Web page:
Vineyard 3: Tokar Estate
When I told Graham that our waiter from Supernormal recommended Tokar, he took us there without hesitation. As was the case throughout the day, Graham knew everyone everywhere.
The tasting began as usual with me swearing that I would never try chardonnay again, breaking that promise by trying the vineyard’s take on this terrible grape, and culminating with me starting back where I started: disgusted.
A sudden onset of a migraine, which I blame on chardonnay, distracted me from fully being able to enjoy the tasting. In need of fresh air, I stepped outside to take in the beautiful scenery.
Vineyard 4: Dominique
Before lunch, the chardonnay nightmare continued. At this point, I was down to sipping the vino to trace amount before dumping it out. Whoever said it’s a crime to waste alcohol is either a raging alcoholic or has never tasted chardonnay.
Fortunately, the buzzer for halftime sounded and lunch was served. It wasn’t tourists scraps. It was quality and included full glasses of wine. Meats and fresh fish freed me from my migraine and let me get back to wine tasting.
Unlike carmenere in Chile (see Colchagua Valley, Chile: Carmenere Wine Tasting Guide) or malbec in Mendoza (see “It’s Like Riding a Bike.” Those words have haunted me for years.), there were significantly more wines that I did not enjoy versus those that I did. I tried the vineyard’s premier wine, Andre, which was not included and went for $10AUD for a sample and $40AUD for the glass. It was pleasant but does not compare to Anthonij Rupert’s Franschhoek Blend.
I don’t know how wine tasting works in Australia as far as what is included with the tour and what isn’t. We weren’t charged anything at Tokar even though it was added to the itinerary at my suggestion. Lunch and tasting were included at Dominique so there must be some way that the tour fee is apportioned.
Vineyard 5: Payten & Jones
I hate that I’m saying bad things about this place because our host was so welcoming, but I must because none of the wines were palatable. Just smelling them was enough to know that anything more would be a mistake. Each time I rejected a wine, our host would say that each person’s experience is what makes wine so great. That may be true but this adage was inapplicable because it wasn’t subtle taste differences that were at issue. It was bottle after bottle of bad grapes. To punctuate my point, the only other wine that was worse than here is China’s own Great Wall (see Air China Lounge Beijing).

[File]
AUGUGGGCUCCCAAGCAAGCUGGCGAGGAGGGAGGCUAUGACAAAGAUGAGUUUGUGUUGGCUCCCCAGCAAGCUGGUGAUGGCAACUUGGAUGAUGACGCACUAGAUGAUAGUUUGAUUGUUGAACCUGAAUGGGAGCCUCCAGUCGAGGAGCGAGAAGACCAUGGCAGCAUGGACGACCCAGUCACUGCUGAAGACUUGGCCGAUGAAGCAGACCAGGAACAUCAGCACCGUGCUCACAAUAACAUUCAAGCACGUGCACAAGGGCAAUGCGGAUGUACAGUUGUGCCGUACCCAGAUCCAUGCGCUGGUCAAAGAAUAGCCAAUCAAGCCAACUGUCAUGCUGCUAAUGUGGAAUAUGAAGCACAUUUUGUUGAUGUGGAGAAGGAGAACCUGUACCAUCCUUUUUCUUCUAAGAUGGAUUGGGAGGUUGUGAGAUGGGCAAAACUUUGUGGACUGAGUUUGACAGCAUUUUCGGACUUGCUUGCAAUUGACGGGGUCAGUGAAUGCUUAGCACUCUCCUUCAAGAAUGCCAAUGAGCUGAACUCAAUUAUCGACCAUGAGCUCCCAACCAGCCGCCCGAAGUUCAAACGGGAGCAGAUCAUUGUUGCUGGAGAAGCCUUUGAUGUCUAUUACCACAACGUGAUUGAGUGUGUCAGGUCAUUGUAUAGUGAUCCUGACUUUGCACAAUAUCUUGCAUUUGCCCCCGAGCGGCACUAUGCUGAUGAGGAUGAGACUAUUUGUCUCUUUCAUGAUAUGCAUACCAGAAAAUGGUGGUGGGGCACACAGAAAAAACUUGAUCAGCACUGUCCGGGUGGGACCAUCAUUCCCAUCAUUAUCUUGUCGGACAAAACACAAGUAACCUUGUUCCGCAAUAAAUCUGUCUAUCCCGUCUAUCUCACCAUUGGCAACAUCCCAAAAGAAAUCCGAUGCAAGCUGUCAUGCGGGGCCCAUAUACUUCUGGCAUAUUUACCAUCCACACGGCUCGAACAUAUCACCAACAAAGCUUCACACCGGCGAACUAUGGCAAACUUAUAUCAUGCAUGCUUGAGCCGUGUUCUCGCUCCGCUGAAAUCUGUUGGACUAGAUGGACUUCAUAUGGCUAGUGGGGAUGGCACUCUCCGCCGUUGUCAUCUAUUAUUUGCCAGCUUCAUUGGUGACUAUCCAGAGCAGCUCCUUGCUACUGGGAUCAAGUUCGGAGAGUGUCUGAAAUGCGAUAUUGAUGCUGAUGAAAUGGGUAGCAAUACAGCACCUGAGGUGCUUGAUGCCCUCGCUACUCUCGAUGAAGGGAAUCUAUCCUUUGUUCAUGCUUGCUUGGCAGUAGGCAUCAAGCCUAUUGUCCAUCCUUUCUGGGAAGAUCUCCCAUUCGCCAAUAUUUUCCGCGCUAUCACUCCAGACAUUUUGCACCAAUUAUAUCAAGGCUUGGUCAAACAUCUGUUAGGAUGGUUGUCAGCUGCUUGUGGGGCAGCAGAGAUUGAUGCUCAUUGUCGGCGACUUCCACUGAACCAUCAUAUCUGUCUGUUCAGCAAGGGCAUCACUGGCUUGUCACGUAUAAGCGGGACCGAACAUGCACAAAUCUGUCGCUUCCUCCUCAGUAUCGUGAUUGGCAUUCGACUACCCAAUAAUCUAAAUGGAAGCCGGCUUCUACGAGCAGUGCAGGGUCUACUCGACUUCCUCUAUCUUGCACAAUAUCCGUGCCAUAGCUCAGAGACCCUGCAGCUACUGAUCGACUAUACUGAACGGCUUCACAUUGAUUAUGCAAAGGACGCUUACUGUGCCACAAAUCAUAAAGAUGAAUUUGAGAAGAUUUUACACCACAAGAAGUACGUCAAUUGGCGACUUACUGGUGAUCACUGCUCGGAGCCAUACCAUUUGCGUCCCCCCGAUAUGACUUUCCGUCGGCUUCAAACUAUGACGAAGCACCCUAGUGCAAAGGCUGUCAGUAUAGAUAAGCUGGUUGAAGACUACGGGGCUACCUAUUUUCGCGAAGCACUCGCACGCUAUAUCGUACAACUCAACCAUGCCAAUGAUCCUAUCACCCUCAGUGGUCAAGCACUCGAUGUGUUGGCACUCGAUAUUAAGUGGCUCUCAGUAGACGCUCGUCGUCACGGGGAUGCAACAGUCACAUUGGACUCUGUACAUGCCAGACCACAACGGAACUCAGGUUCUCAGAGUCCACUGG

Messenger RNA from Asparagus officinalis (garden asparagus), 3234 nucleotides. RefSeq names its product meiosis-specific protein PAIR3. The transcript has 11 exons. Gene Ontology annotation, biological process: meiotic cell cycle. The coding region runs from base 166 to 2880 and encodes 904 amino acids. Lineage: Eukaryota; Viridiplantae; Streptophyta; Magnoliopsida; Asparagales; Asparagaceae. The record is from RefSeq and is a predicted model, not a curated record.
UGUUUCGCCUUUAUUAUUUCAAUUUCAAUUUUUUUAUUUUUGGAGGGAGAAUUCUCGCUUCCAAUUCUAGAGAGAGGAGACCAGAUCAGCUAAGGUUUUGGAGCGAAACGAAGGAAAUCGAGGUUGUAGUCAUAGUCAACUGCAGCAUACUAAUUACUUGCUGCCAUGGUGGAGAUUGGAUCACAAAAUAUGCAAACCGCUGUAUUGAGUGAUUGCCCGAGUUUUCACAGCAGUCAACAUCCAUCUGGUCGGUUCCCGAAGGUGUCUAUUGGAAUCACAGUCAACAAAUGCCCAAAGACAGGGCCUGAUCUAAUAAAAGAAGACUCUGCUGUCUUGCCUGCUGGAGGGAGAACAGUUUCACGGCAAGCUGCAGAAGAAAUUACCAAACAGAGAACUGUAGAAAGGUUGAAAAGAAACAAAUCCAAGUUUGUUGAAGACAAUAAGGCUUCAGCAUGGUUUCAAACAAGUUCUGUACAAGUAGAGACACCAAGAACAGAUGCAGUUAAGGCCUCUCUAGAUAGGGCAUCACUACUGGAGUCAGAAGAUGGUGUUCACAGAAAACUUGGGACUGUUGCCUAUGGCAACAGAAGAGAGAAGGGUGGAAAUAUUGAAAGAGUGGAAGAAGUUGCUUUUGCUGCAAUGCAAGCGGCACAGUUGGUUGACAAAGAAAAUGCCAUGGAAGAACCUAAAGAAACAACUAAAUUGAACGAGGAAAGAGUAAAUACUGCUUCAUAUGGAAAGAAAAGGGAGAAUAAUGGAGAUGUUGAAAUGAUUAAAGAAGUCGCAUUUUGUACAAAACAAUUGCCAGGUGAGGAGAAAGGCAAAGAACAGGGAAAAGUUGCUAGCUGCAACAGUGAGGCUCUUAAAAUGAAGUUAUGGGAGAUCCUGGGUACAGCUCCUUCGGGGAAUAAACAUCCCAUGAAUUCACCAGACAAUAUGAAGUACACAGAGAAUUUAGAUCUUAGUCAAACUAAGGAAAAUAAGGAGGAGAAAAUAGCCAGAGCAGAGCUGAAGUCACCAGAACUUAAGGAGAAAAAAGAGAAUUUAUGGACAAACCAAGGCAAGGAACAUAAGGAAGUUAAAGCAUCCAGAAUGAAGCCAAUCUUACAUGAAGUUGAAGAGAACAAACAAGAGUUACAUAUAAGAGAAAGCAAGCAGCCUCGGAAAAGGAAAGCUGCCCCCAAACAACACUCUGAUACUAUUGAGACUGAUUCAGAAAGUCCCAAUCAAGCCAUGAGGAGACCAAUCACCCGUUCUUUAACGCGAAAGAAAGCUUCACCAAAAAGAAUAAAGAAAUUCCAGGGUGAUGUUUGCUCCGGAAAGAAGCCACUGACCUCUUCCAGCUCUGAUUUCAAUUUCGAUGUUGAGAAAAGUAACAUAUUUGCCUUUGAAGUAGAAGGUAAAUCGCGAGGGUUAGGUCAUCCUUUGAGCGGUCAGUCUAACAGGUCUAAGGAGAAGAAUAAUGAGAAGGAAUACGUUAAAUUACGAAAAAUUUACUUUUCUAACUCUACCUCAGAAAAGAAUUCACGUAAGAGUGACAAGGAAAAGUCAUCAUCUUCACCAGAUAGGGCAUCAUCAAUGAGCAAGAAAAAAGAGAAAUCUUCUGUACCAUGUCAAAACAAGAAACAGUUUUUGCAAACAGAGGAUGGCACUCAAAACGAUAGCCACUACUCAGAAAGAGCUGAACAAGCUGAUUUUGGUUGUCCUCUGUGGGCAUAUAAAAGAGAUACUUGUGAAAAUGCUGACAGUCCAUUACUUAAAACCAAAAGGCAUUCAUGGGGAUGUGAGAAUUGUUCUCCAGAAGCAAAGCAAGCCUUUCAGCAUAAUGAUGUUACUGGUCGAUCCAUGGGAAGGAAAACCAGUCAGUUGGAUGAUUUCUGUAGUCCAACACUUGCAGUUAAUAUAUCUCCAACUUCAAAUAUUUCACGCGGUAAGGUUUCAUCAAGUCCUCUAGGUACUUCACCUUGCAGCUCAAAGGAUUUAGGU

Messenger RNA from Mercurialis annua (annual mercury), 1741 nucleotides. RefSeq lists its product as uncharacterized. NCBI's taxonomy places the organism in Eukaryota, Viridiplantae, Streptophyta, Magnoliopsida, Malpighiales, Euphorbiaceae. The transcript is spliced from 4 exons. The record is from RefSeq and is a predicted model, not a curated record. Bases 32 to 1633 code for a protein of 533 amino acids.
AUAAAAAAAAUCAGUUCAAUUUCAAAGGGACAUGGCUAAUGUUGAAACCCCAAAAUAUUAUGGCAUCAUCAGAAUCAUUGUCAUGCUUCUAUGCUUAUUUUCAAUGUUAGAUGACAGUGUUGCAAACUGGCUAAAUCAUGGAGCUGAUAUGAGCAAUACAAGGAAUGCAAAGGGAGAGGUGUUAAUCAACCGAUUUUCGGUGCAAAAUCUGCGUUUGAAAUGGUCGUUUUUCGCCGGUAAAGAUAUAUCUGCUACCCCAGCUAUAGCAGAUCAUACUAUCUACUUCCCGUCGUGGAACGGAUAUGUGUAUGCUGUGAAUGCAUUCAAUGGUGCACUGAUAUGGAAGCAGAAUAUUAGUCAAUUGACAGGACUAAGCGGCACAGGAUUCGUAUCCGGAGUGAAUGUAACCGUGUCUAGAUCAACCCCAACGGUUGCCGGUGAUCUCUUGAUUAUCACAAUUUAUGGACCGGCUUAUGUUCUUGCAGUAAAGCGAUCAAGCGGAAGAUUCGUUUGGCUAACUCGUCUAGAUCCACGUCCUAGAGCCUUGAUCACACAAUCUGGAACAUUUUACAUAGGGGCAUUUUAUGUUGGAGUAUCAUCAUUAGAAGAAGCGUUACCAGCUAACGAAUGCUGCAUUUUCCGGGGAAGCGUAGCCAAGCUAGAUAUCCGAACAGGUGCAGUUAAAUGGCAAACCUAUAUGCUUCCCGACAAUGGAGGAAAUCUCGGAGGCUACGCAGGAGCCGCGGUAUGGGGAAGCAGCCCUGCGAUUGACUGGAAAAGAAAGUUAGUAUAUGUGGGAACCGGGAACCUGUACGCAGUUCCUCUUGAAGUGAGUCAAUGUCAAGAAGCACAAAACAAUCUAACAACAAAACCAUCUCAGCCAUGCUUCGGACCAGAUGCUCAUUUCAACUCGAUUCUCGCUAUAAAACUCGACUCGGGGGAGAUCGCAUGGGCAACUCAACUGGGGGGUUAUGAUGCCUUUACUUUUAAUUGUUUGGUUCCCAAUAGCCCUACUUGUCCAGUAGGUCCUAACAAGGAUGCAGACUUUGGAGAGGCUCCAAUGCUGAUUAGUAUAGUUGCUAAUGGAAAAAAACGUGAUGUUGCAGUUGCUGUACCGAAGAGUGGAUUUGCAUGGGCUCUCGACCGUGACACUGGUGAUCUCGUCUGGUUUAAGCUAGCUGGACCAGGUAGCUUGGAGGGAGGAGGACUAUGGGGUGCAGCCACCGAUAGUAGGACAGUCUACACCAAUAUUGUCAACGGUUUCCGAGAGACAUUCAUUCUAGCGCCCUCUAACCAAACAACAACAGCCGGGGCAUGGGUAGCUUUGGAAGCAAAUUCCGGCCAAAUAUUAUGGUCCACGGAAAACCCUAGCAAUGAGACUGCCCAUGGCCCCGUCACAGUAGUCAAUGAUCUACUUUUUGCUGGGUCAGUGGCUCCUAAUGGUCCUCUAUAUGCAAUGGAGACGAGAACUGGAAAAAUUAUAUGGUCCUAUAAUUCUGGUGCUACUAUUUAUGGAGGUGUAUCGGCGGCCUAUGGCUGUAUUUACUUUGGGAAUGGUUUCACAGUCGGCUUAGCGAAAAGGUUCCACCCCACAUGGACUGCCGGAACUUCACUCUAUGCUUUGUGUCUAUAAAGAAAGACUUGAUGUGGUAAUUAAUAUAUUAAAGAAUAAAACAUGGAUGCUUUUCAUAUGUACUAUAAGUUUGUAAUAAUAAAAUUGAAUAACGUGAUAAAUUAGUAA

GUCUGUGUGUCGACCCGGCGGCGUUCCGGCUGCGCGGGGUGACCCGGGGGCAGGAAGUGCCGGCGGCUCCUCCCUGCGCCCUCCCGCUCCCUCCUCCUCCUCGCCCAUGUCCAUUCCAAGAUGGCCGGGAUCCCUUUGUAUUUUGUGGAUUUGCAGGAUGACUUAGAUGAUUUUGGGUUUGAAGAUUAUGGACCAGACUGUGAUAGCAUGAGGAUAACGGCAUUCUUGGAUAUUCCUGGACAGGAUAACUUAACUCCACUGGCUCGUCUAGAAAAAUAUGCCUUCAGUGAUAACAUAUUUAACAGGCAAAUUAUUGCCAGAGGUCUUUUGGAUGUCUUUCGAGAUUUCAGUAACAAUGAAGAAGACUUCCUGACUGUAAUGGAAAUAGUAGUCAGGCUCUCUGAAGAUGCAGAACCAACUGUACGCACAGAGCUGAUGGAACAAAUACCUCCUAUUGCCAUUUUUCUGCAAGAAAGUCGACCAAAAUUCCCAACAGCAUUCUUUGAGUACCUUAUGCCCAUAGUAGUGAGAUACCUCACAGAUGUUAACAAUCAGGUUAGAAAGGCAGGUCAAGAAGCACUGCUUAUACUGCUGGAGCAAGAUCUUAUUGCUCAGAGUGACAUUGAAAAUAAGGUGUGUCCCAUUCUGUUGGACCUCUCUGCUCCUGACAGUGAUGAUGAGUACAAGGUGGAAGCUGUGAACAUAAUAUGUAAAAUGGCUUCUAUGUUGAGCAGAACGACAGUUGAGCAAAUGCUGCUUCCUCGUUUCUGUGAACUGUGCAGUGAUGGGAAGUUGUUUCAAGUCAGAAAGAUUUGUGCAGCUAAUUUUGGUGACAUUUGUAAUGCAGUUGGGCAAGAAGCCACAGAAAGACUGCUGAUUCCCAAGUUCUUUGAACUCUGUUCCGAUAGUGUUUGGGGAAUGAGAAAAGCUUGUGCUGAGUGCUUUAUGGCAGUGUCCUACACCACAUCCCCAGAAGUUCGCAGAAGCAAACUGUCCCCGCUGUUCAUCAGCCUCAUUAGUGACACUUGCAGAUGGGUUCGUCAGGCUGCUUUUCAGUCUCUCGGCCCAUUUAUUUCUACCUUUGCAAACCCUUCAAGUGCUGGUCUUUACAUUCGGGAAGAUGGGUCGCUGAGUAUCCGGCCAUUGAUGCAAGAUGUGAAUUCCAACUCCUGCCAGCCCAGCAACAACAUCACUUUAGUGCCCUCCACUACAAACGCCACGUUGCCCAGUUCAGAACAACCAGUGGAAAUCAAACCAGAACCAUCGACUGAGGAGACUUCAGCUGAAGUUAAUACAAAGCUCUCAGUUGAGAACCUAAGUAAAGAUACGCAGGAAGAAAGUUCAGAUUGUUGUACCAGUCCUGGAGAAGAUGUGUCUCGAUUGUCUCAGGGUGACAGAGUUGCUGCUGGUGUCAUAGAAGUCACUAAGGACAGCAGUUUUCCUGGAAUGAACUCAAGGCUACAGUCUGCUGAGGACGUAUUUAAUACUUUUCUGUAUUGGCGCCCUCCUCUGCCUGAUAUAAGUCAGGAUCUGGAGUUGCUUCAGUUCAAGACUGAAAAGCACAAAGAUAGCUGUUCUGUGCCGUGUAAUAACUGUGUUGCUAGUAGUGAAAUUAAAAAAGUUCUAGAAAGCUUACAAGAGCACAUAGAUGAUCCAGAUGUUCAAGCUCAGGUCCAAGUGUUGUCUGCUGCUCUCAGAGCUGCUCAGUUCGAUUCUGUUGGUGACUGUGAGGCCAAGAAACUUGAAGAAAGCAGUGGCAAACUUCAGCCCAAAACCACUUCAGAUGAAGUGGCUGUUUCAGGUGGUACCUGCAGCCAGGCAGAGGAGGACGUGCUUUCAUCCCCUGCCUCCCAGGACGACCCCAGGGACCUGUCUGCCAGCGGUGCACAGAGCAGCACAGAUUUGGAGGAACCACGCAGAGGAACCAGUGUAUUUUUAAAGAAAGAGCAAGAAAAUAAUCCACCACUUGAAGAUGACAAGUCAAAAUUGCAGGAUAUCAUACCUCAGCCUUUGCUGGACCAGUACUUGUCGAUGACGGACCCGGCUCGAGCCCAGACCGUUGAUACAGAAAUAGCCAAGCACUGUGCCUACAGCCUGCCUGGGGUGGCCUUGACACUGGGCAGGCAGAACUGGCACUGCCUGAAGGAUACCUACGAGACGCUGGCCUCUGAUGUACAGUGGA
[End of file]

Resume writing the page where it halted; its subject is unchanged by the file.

Gin Tasting: Four Pillars
At this point you may be saying, “TPOL you are hammered, there’s no way you are in any condition to judge wine.” You would be wrong. The next stop in this wine tour, which morphed into a wine crawl, was gin tasting. Like everywhere else, Graham got us the VIP treatment and introduced us to the great staff that runs the place.
TPOL’s drink of choice when golfing is gin. Maurice Clarett carried his water bottle of vodka to Broncos practice. TPOL carries gin. I can’t differentiate quality gin from bad gin which is why I buy Calvert gin in Puerto Rico. This unsophisticated approach to gin is why I was mesmerized by gin tasting. Unlike Calvert’s rubbing alcohol, Four Pillars’ gin does not have to be dissolved with soda water and low calorie grapefruit juice. The paddle of gin, the international word for ‘flight’, was so lovely with minimal chaser required. It had me yearning for my driver. Armed with Four Pillars gin, I’m sure I could carry the ball well over 274 meters (300 yards).
Graham dropped us off back at the train station. We were scheduled to leave at five but due to unforeseeable delays, he extended the tour till six.
Wine tasting is one of the best excuses to travel all over the world. Yarra Valley wine tasting is a great excuse to binge drink in class.